|Publication number||US4390179 A|
|Application number||US 06/279,530|
|Publication date||Jun 28, 1983|
|Filing date||Jul 1, 1981|
|Priority date||Jul 1, 1981|
|Publication number||06279530, 279530, US 4390179 A, US 4390179A, US-A-4390179, US4390179 A, US4390179A|
|Inventors||Kalman Z. Szkalak|
|Original Assignee||Szkalak Kalman Z|
|Export Citation||BiBTeX, EndNote, RefMan|
|Patent Citations (2), Non-Patent Citations (1), Referenced by (48), Classifications (10), Legal Events (3)|
|External Links: USPTO, USPTO Assignment, Espacenet|
This invention relates generally to the field of exercising equipment, and in particular, it relates to exercising equipment of the type employing a pulley system through which a person lifts a variable weight.
Exercising machines, of the type employing a pulley system to lift a fixed or a variable weight, are well known in the art. Typically, such machines include a mechanism which a person must actuate in opposition to the gravitational pull on the weight in order to develop a particular muscle or group of muscles. Usually, a different mechanism is used to develop each of the different muscles or muscle groups in the body. Accordingly, the common practice is to employ a separate machine for each of the different parts of the body, such as, for example, the arms, the legs, the chest, and the shoulders. Thus, a person who is interested in developing or exercising more than one or two parts of the body must employ several different exercising machines. The use of several different machines is not only costly (due to, for example, the duplication of many components, particularly the weights), but also there is a relatively large floor space requirement, and both of these factors have made it impractical, for the most part, to install such equipment in an individual's home. Thus, use of such equipment usually requires the inconvenience of travelling to a public or private gymnasium or the like, in which such equipment is installed.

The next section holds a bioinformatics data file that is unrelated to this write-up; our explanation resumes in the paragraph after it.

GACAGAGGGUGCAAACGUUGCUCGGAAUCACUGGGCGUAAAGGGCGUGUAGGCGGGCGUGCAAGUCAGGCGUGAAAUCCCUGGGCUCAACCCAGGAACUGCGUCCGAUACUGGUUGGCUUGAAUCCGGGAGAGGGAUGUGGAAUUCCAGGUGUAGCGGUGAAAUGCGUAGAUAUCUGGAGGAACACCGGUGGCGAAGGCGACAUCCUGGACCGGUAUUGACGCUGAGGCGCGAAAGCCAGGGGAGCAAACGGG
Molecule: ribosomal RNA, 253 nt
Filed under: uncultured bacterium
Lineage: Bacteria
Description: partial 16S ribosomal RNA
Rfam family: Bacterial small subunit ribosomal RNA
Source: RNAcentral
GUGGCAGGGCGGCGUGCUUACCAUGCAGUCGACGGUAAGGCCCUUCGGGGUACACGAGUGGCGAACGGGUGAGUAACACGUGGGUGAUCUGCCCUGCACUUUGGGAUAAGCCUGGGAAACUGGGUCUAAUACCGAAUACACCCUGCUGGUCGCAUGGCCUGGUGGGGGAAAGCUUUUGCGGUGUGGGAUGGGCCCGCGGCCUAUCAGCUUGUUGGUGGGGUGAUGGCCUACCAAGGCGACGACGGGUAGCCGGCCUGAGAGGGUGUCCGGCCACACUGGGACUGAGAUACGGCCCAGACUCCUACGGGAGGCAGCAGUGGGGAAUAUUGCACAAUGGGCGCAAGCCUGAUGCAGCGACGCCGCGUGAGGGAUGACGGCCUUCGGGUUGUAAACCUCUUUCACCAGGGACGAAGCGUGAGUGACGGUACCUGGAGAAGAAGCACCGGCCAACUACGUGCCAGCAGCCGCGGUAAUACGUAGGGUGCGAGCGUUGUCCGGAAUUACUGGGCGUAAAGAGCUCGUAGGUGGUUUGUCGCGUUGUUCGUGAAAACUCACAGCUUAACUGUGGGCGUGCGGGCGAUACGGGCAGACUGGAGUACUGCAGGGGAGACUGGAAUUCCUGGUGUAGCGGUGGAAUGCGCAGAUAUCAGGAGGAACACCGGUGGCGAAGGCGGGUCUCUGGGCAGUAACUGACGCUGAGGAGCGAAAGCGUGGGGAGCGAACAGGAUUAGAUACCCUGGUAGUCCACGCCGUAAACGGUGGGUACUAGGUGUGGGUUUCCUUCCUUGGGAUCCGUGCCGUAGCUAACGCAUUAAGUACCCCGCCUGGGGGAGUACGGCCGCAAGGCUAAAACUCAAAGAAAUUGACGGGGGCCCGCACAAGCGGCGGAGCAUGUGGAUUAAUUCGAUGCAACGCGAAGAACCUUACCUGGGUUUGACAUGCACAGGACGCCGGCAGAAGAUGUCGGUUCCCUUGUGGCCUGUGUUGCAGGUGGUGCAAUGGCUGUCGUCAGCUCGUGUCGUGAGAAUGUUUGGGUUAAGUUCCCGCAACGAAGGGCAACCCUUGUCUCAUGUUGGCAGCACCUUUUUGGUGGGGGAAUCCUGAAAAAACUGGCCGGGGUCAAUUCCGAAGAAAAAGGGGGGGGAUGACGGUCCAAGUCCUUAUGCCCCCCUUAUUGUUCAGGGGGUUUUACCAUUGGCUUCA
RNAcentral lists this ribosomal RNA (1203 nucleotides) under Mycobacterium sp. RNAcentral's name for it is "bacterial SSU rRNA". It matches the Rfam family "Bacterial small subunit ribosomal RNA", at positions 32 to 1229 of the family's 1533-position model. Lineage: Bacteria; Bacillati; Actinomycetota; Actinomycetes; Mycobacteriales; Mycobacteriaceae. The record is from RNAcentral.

It can therefore be seen that there would be great benefit from a device which would provide the functions of several different exercising machines using a relatively small amount of floor space, and which would eliminate or minimize the duplication of like or similar components so as to minimize the cost of such apparatus.
Broadly, the present invention comprises a multi-station exercising apparatus in which a plurality of pulley-actuated weight lifting machines share a common support structure, central pulley, and weight system. A rope or cable is attached to the weight or weights, and passes through the central pulley and through a fixed pulley mechanism associated with each machine to a component on the individual machine to which the rope or cable is removably attached. The common central pulley is pivotally mounted so that the rope or cable can be detached from one machine and, through the rotation of the central pulley, be brought into a position to be reattached to another machine through the second machine's associated pulley system.